I had an idea but I haven't tried it yet (and probably won't). If you could get some kind of plastic tub that is big enough for the cymbal, you might be able to fill the tub groove juice diluted with water. Then drop the cymbal in, let it sit a bit, pull it out and spray it with a hose (do this all outside) and repeat until it looks good. Since you're not wiping the polish off, this may preserve the logos. Or it may not work at all. Like I said, I haven't tried it. :)

_Ryan_
05-08-2006, 11:14 PM
Hey, Does anyone have any good ideas on what I could use to get magic marker writing off my cymbals. My little cousin got ahold of my crash cymbals and wrote all over them. There cheap cymbals so I don't mind if it takes any of the finish off. I just want this writing off of it.

AvengedDrummer
05-08-2006, 11:25 PM
Hmmm I like the logos on my cymbals.... I also like them nice and SHINY. But whoever said dont clean K's they are definately right. Those get better with age. Oh, I use Zildjian cymbal cleaner too, just because I won it at a clinic.

thumper
05-11-2006, 12:21 AM
For Christ's sake-DON'T use anything abrasive on your cymbals-would you polish your car with steel wool and toilet bowl cleaner??
I've said it twice, and I still stand by Pledge (extra moisturizing) furniture polish. It's loaded with lemon oil; great for removing fingerprints on your furniture, (and your cymbals), and because your cymbals are metal alloy, they soak it up and shine like a gold tooth in a pimp's mouth. I have 14" AA sizzle hats (natural finish), and I use Pledge on them once a month-no visible stick marks, and on brilliant finish cymbals, the results are awesome.
Pledge is about $4 a can-give it a try before you wreck your cymbals with something caustic...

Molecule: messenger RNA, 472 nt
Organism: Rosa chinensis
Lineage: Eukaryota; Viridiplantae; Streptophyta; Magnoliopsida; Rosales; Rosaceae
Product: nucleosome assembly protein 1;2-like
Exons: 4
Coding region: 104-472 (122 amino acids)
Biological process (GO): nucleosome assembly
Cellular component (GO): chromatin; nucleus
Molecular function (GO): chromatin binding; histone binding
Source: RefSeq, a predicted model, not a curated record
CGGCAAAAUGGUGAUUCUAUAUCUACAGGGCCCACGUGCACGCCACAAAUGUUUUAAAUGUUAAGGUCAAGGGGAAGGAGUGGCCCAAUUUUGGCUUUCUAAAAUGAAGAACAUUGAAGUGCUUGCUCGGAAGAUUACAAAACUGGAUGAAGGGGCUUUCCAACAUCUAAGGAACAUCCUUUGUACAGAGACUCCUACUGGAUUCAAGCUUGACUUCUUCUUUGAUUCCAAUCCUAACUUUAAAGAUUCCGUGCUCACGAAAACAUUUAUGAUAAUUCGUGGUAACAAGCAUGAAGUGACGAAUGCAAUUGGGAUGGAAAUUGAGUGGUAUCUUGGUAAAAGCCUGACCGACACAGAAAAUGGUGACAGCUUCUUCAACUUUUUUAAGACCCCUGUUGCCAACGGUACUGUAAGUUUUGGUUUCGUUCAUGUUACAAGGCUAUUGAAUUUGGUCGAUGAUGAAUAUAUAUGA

GRUNTERSDAD
05-12-2006, 05:35 AM
From Muscians Friend Tech Tip of The Week 5/11/06
How to Clean Your Cymbals

To clean or not to clean, this is the question for many drummers when it comes to their cymbals. Some players believe that a certain amount of grime and grit and smoky residue adds to the character of the cymbal. No doubt a certain barroom neglect may give your cymbals a certain roadhouse ambience. But for those who are interested in extending the life of their cymbals and keeping them shining like disks of pure sonic gold under the stage lights, here are some helpful tips.

Many new cymbals are sprayed with a protective coating to keep them from tarnishing in the store, so your cymbals may need less cleaning during the first six months, depending on use. During this time, a solution of warm water and liquid dishwasher soap will clean fingerprints, dirt, and grime. As your cymbals age, we recommend using a professional cleaning cream to remove stick marks and tarnish. Put a small amount onto the surface with a soft cloth and rub in the direction of the tonal grooves, until the metal appears through the film. After the polish has dried to a haze, buff gently with a clean, soft cloth. Clean only a small section of the cymbal at a time. Always avoid using steel wool, wire brushes, scouring pads, or metal cleaners that are abrasive. These products will scratch the surface of your cymbal.

bobie2000
05-14-2006, 02:12 PM
my cymbals are all second hand and the logos are half faded away, is there anyway to get rid of the stick marks and the logos without damaging the cymbol?

adamjames
05-17-2006, 09:48 PM
yeah, nail polish remover.

Johan VDS
05-17-2006, 10:48 PM
Or thinner. Or acetone.

Bigfoot
05-19-2006, 07:10 AM
Ok, I got white streaks all over my cymbals from Travis Barker signature sticks (they're the crappiest sticks i've ever used) and I was wandering if anyone knew how to get them off. I got em all over my cymbals.

I had the Exact same thing the White stain dosen't seem to be coming off!
Last time i'll ever use it on one of my cymbals!

Just out of interest does cleaning the Cymbal actually affect the sound at all?